It's important to know your strengths and weaknesses so you can intelligently approach studying
to take advantage of your strengths and compensate for your weaknesses.
When it comes to performing well in class or on tests,
you can think of three foundational domains:
critical thinking, test-taking skills, and memorization.
If I'm being honest, I think my critical thinking and test-taking are very well developed,
but my natural memorization abilities are nothing special.
For that reason, I relied on several advanced memorization techniques to compensate that allowed me
to still rank number one in college and medical school in several classes.
Effective learning is comprised of two main elements -
comprehension and memorization.
It's best to first comprehend and deeply understand the information before trying to encode it to long term memory.
Memorizing first, without understanding,
results in a weaker long term grasp of the information.
That being said, don't believe the false claims that by simply understanding information deeply,
you'll never have to memorize a fact again.
No matter how deeply you understand wound healing in the context of plastic surgery,
you still have to memorize that peak tensile strength across a wound
occurs at days 42-60 with a magnitude of 80% of the original strength.
And yes, you will be pimped on that in the operating room, multiple times.
Again, the first step is to comprehend and deeply understand the information
before attempting to commit the information to memory.
How should you go about this most effectively?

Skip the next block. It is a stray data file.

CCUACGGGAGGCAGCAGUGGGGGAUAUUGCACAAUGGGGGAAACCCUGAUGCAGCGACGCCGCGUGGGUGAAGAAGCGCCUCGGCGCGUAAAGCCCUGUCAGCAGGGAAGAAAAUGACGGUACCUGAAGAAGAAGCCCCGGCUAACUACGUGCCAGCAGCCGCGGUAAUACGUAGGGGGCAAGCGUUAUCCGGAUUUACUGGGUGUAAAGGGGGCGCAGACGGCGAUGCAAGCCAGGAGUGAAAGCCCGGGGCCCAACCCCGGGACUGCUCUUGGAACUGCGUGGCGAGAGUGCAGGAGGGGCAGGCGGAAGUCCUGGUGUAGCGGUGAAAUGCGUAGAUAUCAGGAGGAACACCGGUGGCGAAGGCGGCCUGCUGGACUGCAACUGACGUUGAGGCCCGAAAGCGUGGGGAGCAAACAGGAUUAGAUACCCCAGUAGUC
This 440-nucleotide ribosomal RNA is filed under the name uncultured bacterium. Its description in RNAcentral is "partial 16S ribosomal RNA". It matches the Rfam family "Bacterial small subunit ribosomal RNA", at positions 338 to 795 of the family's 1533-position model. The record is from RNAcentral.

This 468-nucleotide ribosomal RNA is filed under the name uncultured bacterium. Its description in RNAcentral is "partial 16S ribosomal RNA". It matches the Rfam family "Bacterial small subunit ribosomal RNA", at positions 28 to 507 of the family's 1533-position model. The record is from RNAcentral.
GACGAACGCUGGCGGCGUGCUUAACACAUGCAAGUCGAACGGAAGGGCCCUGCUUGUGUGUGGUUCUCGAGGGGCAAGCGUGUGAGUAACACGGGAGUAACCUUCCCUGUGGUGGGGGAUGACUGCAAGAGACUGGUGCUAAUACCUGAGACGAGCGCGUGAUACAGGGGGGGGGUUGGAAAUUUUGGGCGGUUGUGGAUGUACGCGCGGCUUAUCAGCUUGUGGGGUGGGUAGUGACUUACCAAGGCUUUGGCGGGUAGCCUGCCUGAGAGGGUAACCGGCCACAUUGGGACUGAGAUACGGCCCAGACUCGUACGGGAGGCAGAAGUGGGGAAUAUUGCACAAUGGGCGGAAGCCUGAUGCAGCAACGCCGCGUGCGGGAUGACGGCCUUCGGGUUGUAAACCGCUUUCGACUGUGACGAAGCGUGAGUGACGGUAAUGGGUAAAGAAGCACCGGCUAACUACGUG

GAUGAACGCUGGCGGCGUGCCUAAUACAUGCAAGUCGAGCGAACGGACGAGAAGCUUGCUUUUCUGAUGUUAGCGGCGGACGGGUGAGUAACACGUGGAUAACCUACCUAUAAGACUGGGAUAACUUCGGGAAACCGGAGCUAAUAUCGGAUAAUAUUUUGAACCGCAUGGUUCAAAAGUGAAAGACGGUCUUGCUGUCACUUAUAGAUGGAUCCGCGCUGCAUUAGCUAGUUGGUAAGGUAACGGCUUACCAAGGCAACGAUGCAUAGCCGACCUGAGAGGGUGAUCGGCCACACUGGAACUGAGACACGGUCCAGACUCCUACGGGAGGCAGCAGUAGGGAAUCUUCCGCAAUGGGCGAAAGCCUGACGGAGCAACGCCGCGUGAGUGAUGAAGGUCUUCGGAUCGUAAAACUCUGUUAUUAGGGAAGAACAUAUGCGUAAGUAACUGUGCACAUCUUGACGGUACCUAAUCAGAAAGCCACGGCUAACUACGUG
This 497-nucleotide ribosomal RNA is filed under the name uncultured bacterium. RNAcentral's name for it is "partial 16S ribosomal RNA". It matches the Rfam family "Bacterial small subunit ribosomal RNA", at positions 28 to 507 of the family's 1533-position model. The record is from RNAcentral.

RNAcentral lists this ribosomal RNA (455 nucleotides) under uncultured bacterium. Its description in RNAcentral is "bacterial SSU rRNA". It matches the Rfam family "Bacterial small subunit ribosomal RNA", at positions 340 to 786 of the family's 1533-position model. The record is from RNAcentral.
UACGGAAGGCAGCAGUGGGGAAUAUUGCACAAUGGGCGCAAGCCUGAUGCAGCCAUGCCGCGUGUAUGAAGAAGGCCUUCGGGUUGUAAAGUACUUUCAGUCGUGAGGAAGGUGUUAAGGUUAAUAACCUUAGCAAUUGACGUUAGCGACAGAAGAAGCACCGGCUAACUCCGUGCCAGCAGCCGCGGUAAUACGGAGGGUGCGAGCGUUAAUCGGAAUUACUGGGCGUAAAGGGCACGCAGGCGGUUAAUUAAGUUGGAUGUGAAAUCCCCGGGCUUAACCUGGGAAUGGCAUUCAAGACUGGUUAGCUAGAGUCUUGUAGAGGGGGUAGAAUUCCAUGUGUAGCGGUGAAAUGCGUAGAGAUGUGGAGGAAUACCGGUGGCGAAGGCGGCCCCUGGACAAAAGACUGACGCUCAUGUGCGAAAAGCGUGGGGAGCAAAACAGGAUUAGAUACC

The first layer is how you interface with the information for the first time.
If you enjoy learning from your professor and you feel they do an effective job teaching,
then prioritize attending lecture and being as engaged as possible.
If you don't click with your professor or feel that you learn better from a textbook,
online videos, or other resources, consider skipping lecture and prioritize those higher yield resources instead.
The second layer addresses confusion that remains after first exposure to the information.
At this point, you have a few options.
First, consider office hours with your professor or TA.
Bring an organized list of questions you want to ask them.
Second, study with a small group of friends - I recommend only one or two other people,
no more than that.
This is a perfect opportunity to practice the Feynman technique,
which I've shown you how to implement most effectively in a previous video.
Lastly, consider visiting other resources, such as test prep review books,
online videos, Reddit, online forums,
or a dedicated and high-quality tutor like the stellar ones available at MedSchoolInsiders.com.
The third layer involves applying the information.
This kills two birds with one stone,
as it not only helps you more deeply understand the information,
but it's also one of the most effective ways to memorize.
The main tool you should be using here is practice problems.
If you're studying for the MCAT or USMLE Step 1,
there are several question banks and practice tests you can choose from.
If you're studying for an upcoming quiz or test in class, you have a few options.
You can look to your textbook for practice questions.
Alternatively, and even better, take a look at previous year's exams
which will likely be more similar to the test you'll be taking.
Now that you understand the information,
it's time to rapidly consolidate that information straight to your hippocampus for long term memory.
Again, practice problems are key here,
as they not only help you understand the information more deeply,
but require you to apply the information and utilize active recall.
Doing so is tremendously powerful in memory consolidation.
The second tool would be spaced repetition software such as Anki.
Anki is a free flashcard app you can use on your phone, computer, or tablet.
While tremendously powerful, many students have bad experiences with Anki for a few reasons.